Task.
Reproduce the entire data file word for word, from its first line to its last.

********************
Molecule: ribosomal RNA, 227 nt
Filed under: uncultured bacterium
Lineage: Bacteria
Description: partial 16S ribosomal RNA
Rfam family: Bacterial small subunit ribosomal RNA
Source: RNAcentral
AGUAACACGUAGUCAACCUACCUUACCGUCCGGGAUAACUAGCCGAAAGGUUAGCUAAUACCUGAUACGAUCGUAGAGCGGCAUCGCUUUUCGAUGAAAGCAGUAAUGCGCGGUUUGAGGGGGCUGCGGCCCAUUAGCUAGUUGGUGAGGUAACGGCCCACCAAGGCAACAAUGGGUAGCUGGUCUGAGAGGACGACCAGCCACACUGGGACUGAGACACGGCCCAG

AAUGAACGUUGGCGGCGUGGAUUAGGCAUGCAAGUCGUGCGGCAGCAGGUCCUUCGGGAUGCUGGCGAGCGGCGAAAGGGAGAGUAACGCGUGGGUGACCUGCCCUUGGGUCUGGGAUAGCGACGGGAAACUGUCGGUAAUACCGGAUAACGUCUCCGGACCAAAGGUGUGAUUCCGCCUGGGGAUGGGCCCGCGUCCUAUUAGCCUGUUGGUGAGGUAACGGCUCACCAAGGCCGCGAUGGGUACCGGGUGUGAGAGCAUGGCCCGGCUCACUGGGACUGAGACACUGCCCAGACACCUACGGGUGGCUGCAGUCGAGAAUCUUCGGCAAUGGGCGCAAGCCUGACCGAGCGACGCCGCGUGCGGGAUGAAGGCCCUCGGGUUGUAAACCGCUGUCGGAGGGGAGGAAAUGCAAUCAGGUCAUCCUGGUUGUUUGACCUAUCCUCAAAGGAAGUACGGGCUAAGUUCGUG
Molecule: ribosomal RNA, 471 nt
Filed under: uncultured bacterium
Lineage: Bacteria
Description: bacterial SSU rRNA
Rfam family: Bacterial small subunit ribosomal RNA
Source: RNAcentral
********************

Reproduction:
Molecule: ribosomal RNA, 227 nt
Filed under: uncultured bacterium
Lineage: Bacteria
Description: partial 16S ribosomal RNA
Rfam family: Bacterial small subunit ribosomal RNA
Source: RNAcentral
AGUAACACGUAGUCAACCUACCUUACCGUCCGGGAUAACUAGCCGAAAGGUUAGCUAAUACCUGAUACGAUCGUAGAGCGGCAUCGCUUUUCGAUGAAAGCAGUAAUGCGCGGUUUGAGGGGGCUGCGGCCCAUUAGCUAGUUGGUGAGGUAACGGCCCACCAAGGCAACAAUGGGUAGCUGGUCUGAGAGGACGACCAGCCACACUGGGACUGAGACACGGCCCAG

AAUGAACGUUGGCGGCGUGGAUUAGGCAUGCAAGUCGUGCGGCAGCAGGUCCUUCGGGAUGCUGGCGAGCGGCGAAAGGGAGAGUAACGCGUGGGUGACCUGCCCUUGGGUCUGGGAUAGCGACGGGAAACUGUCGGUAAUACCGGAUAACGUCUCCGGACCAAAGGUGUGAUUCCGCCUGGGGAUGGGCCCGCGUCCUAUUAGCCUGUUGGUGAGGUAACGGCUCACCAAGGCCGCGAUGGGUACCGGGUGUGAGAGCAUGGCCCGGCUCACUGGGACUGAGACACUGCCCAGACACCUACGGGUGGCUGCAGUCGAGAAUCUUCGGCAAUGGGCGCAAGCCUGACCGAGCGACGCCGCGUGCGGGAUGAAGGCCCUCGGGUUGUAAACCGCUGUCGGAGGGGAGGAAAUGCAAUCAGGUCAUCCUGGUUGUUUGACCUAUCCUCAAAGGAAGUACGGGCUAAGUUCGUG
Molecule: ribosomal RNA, 471 nt
Filed under: uncultured bacterium
Lineage: Bacteria
Description: bacterial SSU rRNA
Rfam family: Bacterial small subunit ribosomal RNA
Source: RNAcentral